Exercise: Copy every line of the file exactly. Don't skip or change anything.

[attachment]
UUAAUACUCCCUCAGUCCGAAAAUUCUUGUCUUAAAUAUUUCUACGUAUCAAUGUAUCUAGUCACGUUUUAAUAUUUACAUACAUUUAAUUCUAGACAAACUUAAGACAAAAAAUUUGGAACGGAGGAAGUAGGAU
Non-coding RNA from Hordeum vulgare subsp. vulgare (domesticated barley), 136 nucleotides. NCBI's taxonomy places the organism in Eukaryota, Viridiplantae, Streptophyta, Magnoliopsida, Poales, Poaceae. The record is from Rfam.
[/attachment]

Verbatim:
UUAAUACUCCCUCAGUCCGAAAAUUCUUGUCUUAAAUAUUUCUACGUAUCAAUGUAUCUAGUCACGUUUUAAUAUUUACAUACAUUUAAUUCUAGACAAACUUAAGACAAAAAAUUUGGAACGGAGGAAGUAGGAU
Non-coding RNA from Hordeum vulgare subsp. vulgare (domesticated barley), 136 nucleotides. NCBI's taxonomy places the organism in Eukaryota, Viridiplantae, Streptophyta, Magnoliopsida, Poales, Poaceae. The record is from Rfam.